Neighbors Urge End to Delays on McColl Site Cleanup : Environment: The EPA wants to solidify the waste, a six-year process. The oil companies want to encase it, which they say will take three years and cost millions less.


Frustrated homeowners expressed impatience Thursday at the slow pace of the federal government's efforts to clean up the hazardous waste at the McColl Superfund Site, a plan that could involve the temporary relocation of hundreds of families.


"This has been going on for 15 years," said Bob Campbell, a long-time resident. "You need to solve the problem."

Bill Gibson, a resident since 1982, agreed.

"I took a poll of my street and we want this thing capped," he said.

The comments came at a public meeting, attended by about 100 residents, held by the Environmental Protection Agency in the wake of a recent study criticizing the agency's plan for cleaning up 100,000 cubic yards of petroleum waste at the site.

The three-month study conducted by Shell, Atlantic-Richfield, Texaco, Union Oil of California and Phillips Petroleum concluded that the method favored by the EPA for removing the waste is seriously flawed, primarily because it would generate considerable heat and offensive odors.

"We will not implement" the government's plan, Diana Aceves, a spokeswoman for the petroleum companies, which have banded together under the name of McColl Site Group, said before the meeting. "The reason is that we will not expose the community to the significant odor and temperature impacts."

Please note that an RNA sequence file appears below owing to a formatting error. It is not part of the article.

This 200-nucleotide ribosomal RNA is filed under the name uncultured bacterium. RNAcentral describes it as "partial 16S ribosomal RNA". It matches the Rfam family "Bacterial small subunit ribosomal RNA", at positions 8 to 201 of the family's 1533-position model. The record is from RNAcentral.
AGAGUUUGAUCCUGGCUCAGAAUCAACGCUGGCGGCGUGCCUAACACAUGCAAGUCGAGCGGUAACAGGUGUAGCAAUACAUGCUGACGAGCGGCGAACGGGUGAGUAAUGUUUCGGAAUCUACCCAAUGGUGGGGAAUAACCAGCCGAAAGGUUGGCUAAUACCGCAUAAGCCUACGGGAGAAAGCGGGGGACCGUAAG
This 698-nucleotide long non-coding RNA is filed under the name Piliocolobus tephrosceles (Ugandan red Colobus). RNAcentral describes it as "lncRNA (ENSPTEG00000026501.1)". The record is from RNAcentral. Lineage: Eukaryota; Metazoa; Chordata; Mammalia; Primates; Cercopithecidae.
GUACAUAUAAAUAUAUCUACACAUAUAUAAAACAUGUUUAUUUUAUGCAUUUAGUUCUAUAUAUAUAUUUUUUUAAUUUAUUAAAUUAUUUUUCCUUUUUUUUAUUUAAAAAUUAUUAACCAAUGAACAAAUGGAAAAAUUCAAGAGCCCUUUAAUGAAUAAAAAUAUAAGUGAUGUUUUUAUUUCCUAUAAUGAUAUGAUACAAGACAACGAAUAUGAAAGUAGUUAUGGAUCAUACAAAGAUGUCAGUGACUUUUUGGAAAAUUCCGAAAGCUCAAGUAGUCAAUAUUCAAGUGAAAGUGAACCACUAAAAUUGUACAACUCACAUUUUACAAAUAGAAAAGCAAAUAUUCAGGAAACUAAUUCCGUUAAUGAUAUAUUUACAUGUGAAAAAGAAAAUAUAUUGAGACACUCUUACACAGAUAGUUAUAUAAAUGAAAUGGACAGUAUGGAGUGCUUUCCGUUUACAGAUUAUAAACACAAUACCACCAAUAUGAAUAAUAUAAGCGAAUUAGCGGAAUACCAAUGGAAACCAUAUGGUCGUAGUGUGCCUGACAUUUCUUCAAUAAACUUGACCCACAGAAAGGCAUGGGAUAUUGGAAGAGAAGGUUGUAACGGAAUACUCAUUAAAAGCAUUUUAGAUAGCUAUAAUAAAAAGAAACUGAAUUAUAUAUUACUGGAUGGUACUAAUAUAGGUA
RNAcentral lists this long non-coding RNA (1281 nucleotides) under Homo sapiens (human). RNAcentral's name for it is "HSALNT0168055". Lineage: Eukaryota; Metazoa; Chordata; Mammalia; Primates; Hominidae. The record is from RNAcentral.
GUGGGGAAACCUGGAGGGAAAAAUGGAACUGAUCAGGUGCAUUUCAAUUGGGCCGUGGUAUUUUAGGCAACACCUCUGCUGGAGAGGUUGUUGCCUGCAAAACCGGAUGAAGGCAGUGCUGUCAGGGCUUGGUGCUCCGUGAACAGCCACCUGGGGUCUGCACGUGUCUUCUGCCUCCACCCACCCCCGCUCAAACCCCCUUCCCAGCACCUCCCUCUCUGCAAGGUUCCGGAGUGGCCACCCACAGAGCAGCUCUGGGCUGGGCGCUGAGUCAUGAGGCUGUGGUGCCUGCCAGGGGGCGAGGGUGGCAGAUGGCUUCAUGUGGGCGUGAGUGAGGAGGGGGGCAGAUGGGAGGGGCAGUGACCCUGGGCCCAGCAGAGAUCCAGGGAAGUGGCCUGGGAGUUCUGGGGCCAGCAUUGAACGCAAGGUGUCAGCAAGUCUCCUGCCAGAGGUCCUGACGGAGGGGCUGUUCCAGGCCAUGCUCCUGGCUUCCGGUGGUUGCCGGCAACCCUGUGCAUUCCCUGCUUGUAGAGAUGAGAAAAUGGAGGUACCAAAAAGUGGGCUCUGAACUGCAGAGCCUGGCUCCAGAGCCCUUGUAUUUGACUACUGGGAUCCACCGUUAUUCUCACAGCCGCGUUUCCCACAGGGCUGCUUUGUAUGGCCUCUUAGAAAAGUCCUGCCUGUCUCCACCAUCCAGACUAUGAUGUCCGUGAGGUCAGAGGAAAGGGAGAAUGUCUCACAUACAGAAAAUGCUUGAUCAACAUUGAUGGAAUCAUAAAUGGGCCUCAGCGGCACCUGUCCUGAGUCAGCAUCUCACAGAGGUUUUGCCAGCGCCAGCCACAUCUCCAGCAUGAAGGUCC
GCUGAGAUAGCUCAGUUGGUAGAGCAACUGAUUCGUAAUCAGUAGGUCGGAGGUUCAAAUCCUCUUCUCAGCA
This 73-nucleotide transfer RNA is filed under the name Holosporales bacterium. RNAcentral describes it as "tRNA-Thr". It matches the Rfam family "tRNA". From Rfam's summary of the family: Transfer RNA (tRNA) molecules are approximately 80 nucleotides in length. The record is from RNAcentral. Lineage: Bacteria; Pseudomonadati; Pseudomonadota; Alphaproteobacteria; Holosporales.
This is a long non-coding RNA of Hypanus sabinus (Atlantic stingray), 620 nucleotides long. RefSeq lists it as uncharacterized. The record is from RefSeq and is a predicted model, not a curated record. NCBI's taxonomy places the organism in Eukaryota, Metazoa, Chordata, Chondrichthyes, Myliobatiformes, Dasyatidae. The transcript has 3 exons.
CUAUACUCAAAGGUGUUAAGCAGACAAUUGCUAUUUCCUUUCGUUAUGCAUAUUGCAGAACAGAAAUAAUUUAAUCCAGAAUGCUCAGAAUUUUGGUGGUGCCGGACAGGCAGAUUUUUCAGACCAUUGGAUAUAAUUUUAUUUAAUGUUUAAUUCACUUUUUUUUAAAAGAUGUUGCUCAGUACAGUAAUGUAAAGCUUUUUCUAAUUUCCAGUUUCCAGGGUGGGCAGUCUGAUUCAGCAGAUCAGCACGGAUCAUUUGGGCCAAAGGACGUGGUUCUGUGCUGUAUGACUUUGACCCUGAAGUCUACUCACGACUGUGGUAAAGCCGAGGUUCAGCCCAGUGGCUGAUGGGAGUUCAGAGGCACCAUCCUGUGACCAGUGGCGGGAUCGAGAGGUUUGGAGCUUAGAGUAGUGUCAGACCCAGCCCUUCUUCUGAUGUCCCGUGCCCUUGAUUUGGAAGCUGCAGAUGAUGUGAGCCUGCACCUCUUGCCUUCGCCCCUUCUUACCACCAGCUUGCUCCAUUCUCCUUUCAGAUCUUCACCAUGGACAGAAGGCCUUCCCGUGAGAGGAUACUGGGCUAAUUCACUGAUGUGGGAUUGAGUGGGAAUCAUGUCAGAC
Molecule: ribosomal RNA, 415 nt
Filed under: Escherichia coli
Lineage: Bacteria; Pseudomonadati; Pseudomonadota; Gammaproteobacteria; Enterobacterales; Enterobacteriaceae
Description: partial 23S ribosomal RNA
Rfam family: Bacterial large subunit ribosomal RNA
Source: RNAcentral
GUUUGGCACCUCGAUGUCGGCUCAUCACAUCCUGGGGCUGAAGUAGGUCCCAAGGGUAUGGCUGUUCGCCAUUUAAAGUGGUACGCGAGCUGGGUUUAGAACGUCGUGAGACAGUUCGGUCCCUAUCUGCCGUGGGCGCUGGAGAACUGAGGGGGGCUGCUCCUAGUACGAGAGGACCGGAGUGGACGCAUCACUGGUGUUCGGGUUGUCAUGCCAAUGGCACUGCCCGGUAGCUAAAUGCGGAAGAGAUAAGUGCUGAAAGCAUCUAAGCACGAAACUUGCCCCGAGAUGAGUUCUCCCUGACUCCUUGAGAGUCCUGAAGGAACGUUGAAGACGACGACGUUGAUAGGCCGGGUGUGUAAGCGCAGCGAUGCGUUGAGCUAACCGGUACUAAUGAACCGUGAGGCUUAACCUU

EPA officials have said that they favor a cleanup method by which each of the 12 sumps dotting the 22-acre site would be injected with a cement-like substance to neutralize and solidify it. The job, they have estimated, would cost up to $97 million and could take as long as six years.

The oil companies, which have been ordered by the government to pay for the cleanup, favor a less expensive approach. Instead of solidifying the 100,000 cubic yards of waste, they say, the sumps should simply be encased and capped by a plastic material. In addition to minimizing the odors and preventing heat buildup, the companies argue, their method would cost no more than $65 million and be completed within three years.

"Solidification would mean more delays," Aceves said.

Montgomery said the EPA intends to spend the next several weeks analyzing the McColl group's findings.

"We're looking at the problems and doing an analysis to determine how solvable they are," he said. "The site will be safe with or without solidification, but from our perspective the reason for doing it is to make the [cleanup] more effective."

The EPA expects to reach a preliminary decision on the matter by late July, Montgomery said. If it decides to stick with its original solidification plan and the oil companies refuse to participate, the EPA will do the work and sue the McColl Site Group for compensation.

If the solidification plan is implemented, Montgomery said, the government may offer nearby residents voluntary relocation for up to three years while the work is being completed. "We know there would be some odors," he said.

He estimated that 100 families would be affected. Oil company representatives put the number closer to 500.

"I don't know where they're going to find accommodations to house that many people," Aceves said.

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